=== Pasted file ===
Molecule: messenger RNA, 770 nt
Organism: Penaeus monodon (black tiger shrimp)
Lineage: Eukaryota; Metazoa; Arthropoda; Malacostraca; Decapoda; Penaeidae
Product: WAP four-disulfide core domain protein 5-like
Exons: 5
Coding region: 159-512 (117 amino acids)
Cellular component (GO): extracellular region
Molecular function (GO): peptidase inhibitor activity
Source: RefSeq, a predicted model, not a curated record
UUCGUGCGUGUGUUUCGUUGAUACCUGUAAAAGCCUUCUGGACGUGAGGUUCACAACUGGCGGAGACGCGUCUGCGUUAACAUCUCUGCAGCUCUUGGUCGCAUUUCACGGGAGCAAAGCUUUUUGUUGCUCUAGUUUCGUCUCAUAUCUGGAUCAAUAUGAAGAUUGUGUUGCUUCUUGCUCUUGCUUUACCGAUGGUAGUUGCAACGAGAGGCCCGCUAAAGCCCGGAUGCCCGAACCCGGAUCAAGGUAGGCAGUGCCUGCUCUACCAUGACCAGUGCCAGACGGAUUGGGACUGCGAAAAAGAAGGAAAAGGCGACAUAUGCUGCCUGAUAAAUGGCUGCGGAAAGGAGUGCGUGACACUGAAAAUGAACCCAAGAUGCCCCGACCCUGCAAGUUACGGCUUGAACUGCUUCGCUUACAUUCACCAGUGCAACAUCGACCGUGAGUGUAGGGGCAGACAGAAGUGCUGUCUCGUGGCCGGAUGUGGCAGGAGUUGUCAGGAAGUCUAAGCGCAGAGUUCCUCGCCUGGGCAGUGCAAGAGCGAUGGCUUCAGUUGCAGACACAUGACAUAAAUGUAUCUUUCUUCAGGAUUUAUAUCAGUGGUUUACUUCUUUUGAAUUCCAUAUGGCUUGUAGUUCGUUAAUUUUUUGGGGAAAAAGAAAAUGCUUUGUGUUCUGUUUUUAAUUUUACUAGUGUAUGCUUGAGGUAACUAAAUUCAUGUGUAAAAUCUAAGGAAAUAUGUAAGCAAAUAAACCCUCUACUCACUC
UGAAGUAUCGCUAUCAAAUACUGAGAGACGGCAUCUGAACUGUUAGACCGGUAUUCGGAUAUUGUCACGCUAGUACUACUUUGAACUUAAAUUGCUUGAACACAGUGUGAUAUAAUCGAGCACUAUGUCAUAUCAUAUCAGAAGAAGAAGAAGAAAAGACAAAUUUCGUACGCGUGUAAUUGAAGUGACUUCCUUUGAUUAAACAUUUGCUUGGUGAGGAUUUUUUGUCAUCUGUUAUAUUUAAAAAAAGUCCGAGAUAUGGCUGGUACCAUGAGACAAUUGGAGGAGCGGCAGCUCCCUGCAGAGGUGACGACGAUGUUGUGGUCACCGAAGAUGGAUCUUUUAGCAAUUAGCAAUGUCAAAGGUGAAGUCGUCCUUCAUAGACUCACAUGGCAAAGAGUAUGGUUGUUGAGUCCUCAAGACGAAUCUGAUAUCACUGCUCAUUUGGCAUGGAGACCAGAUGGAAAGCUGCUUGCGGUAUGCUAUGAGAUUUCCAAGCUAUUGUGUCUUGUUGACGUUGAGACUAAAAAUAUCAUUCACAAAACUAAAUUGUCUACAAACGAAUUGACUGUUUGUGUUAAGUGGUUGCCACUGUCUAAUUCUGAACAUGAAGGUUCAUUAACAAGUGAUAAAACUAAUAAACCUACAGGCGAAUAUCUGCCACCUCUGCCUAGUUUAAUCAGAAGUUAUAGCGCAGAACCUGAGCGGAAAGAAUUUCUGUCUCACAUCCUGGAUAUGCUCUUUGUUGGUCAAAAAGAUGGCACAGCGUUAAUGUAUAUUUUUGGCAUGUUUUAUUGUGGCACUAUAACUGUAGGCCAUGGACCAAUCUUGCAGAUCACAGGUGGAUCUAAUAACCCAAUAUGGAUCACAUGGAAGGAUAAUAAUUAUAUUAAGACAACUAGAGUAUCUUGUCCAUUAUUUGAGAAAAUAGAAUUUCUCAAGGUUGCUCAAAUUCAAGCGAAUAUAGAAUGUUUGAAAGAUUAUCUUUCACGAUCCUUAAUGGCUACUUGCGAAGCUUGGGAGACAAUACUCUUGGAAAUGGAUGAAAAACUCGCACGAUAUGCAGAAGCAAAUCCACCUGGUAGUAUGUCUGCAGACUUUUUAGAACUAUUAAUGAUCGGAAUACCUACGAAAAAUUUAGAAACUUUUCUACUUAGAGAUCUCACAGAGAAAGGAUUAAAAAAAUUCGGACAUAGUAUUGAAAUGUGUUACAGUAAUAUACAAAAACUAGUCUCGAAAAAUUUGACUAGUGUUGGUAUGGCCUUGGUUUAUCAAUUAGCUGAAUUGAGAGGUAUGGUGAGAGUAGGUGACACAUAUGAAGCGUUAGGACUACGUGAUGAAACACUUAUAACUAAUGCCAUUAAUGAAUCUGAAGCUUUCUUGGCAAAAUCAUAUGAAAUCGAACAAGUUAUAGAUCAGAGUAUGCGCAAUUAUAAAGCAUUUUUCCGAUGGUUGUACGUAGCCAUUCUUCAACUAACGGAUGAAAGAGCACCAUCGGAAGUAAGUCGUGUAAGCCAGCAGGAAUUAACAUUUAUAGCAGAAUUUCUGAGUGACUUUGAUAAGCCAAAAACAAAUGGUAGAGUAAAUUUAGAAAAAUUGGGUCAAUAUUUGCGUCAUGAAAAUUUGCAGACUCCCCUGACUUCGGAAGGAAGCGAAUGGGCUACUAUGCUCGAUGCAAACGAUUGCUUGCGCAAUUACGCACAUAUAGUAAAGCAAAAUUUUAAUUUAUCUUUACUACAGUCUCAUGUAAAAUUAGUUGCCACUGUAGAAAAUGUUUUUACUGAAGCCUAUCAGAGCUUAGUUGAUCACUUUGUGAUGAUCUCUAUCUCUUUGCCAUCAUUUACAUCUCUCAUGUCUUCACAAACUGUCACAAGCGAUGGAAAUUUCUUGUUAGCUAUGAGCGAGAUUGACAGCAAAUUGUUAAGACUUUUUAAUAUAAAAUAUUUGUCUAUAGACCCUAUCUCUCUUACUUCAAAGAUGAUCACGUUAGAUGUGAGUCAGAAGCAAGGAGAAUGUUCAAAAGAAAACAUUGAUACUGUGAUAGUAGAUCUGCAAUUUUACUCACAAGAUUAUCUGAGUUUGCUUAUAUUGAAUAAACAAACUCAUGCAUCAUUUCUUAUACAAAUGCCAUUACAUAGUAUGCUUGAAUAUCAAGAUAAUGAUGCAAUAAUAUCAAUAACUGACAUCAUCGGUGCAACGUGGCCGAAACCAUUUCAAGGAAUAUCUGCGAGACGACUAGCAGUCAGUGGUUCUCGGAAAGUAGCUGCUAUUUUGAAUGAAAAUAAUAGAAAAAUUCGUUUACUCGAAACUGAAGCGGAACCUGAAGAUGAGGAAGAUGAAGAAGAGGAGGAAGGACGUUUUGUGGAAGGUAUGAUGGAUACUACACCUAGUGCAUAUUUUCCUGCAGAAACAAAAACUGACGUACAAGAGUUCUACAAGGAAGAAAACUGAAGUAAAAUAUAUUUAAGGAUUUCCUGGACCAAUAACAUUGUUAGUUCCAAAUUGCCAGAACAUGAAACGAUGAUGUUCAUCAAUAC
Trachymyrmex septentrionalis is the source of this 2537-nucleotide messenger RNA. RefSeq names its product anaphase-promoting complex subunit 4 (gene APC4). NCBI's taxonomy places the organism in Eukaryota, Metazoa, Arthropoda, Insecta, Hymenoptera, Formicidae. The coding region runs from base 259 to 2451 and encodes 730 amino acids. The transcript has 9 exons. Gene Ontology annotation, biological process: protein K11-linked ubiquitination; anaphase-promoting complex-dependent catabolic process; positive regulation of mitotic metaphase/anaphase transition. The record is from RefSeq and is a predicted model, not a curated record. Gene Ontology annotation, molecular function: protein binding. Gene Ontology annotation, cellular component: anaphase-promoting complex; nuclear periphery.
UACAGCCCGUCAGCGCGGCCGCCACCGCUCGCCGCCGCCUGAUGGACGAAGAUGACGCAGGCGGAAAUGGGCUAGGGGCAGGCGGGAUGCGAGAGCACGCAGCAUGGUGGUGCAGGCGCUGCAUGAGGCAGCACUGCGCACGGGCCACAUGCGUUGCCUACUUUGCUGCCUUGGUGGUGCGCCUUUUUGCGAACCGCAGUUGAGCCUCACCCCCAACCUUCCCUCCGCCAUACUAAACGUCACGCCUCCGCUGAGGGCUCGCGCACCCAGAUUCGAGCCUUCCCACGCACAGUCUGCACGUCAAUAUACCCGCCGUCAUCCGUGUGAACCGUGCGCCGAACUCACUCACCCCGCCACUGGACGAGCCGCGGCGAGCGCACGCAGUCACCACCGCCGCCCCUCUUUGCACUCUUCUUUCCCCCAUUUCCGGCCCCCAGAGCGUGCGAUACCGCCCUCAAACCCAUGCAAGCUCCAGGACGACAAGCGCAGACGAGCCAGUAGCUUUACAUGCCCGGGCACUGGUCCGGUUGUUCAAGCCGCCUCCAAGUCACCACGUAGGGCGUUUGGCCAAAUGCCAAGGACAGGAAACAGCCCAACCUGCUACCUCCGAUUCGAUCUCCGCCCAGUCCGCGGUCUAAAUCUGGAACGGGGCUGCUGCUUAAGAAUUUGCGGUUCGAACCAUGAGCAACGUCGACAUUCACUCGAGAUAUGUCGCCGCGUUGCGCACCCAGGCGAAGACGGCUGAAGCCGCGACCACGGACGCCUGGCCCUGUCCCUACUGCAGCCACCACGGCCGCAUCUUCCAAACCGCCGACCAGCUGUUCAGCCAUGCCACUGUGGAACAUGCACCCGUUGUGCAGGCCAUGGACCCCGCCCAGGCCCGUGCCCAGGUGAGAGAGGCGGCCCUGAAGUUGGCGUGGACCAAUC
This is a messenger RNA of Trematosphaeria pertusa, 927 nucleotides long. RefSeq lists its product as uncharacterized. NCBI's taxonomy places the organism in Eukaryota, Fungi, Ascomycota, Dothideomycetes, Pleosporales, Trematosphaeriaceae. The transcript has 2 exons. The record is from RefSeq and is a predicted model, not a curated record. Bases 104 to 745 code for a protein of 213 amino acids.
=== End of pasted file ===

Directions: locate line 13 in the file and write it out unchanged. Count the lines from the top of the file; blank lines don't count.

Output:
UACAGCCCGUCAGCGCGGCCGCCACCGCUCGCCGCCGCCUGAUGGACGAAGAUGACGCAGGCGGAAAUGGGCUAGGGGCAGGCGGGAUGCGAGAGCACGCAGCAUGGUGGUGCAGGCGCUGCAUGAGGCAGCACUGCGCACGGGCCACAUGCGUUGCCUACUUUGCUGCCUUGGUGGUGCGCCUUUUUGCGAACCGCAGUUGAGCCUCACCCCCAACCUUCCCUCCGCCAUACUAAACGUCACGCCUCCGCUGAGGGCUCGCGCACCCAGAUUCGAGCCUUCCCACGCACAGUCUGCACGUCAAUAUACCCGCCGUCAUCCGUGUGAACCGUGCGCCGAACUCACUCACCCCGCCACUGGACGAGCCGCGGCGAGCGCACGCAGUCACCACCGCCGCCCCUCUUUGCACUCUUCUUUCCCCCAUUUCCGGCCCCCAGAGCGUGCGAUACCGCCCUCAAACCCAUGCAAGCUCCAGGACGACAAGCGCAGACGAGCCAGUAGCUUUACAUGCCCGGGCACUGGUCCGGUUGUUCAAGCCGCCUCCAAGUCACCACGUAGGGCGUUUGGCCAAAUGCCAAGGACAGGAAACAGCCCAACCUGCUACCUCCGAUUCGAUCUCCGCCCAGUCCGCGGUCUAAAUCUGGAACGGGGCUGCUGCUUAAGAAUUUGCGGUUCGAACCAUGAGCAACGUCGACAUUCACUCGAGAUAUGUCGCCGCGUUGCGCACCCAGGCGAAGACGGCUGAAGCCGCGACCACGGACGCCUGGCCCUGUCCCUACUGCAGCCACCACGGCCGCAUCUUCCAAACCGCCGACCAGCUGUUCAGCCAUGCCACUGUGGAACAUGCACCCGUUGUGCAGGCCAUGGACCCCGCCCAGGCCCGUGCCCAGGUGAGAGAGGCGGCCCUGAAGUUGGCGUGGACCAAUC